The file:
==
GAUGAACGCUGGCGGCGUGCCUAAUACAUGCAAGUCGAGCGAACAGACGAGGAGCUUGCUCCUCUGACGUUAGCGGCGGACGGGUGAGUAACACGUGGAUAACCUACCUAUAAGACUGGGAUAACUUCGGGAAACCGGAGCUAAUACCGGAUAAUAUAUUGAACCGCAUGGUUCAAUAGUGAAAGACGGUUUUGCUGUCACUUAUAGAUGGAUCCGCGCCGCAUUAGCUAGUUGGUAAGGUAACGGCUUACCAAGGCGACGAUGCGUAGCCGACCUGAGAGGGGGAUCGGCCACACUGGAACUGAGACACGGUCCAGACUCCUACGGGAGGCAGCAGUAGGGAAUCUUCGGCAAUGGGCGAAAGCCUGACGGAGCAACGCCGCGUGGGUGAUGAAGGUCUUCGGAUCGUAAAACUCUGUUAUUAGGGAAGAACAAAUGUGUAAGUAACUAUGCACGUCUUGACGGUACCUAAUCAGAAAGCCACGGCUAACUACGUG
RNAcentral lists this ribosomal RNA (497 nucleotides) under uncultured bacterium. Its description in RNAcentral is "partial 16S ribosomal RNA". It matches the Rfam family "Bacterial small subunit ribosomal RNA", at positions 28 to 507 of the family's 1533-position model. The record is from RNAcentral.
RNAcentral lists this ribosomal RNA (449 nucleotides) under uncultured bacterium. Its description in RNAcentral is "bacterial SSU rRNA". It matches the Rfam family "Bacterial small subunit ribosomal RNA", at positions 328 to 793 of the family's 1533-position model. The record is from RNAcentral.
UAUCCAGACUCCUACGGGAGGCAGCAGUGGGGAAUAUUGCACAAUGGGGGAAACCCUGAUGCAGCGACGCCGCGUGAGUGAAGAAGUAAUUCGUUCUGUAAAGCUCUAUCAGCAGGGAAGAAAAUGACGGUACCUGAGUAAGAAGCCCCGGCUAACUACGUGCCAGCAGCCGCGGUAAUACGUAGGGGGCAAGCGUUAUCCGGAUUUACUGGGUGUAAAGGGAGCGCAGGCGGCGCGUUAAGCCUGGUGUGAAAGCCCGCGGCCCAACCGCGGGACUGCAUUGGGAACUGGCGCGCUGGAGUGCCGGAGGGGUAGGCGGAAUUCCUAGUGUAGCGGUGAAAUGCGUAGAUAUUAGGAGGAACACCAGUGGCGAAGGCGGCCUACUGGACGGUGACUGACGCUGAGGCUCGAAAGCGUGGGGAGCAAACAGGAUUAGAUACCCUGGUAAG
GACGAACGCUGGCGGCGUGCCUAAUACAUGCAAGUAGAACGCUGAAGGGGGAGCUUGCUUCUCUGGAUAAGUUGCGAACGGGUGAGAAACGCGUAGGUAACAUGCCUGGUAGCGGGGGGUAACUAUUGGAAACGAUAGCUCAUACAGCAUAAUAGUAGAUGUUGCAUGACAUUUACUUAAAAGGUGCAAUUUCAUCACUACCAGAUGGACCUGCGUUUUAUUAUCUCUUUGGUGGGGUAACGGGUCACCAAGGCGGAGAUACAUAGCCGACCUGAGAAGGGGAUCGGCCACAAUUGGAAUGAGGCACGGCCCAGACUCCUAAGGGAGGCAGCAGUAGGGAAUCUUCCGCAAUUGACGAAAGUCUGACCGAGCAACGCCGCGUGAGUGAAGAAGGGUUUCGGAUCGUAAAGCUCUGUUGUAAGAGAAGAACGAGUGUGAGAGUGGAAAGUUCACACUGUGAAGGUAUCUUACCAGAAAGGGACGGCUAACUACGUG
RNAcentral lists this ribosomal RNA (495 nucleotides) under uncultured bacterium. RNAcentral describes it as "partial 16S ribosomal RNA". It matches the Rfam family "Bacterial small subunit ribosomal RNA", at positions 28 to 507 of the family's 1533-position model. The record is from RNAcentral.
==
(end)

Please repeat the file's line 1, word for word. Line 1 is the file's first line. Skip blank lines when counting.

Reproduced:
GAUGAACGCUGGCGGCGUGCCUAAUACAUGCAAGUCGAGCGAACAGACGAGGAGCUUGCUCCUCUGACGUUAGCGGCGGACGGGUGAGUAACACGUGGAUAACCUACCUAUAAGACUGGGAUAACUUCGGGAAACCGGAGCUAAUACCGGAUAAUAUAUUGAACCGCAUGGUUCAAUAGUGAAAGACGGUUUUGCUGUCACUUAUAGAUGGAUCCGCGCCGCAUUAGCUAGUUGGUAAGGUAACGGCUUACCAAGGCGACGAUGCGUAGCCGACCUGAGAGGGGGAUCGGCCACACUGGAACUGAGACACGGUCCAGACUCCUACGGGAGGCAGCAGUAGGGAAUCUUCGGCAAUGGGCGAAAGCCUGACGGAGCAACGCCGCGUGGGUGAUGAAGGUCUUCGGAUCGUAAAACUCUGUUAUUAGGGAAGAACAAAUGUGUAAGUAACUAUGCACGUCUUGACGGUACCUAAUCAGAAAGCCACGGCUAACUACGUG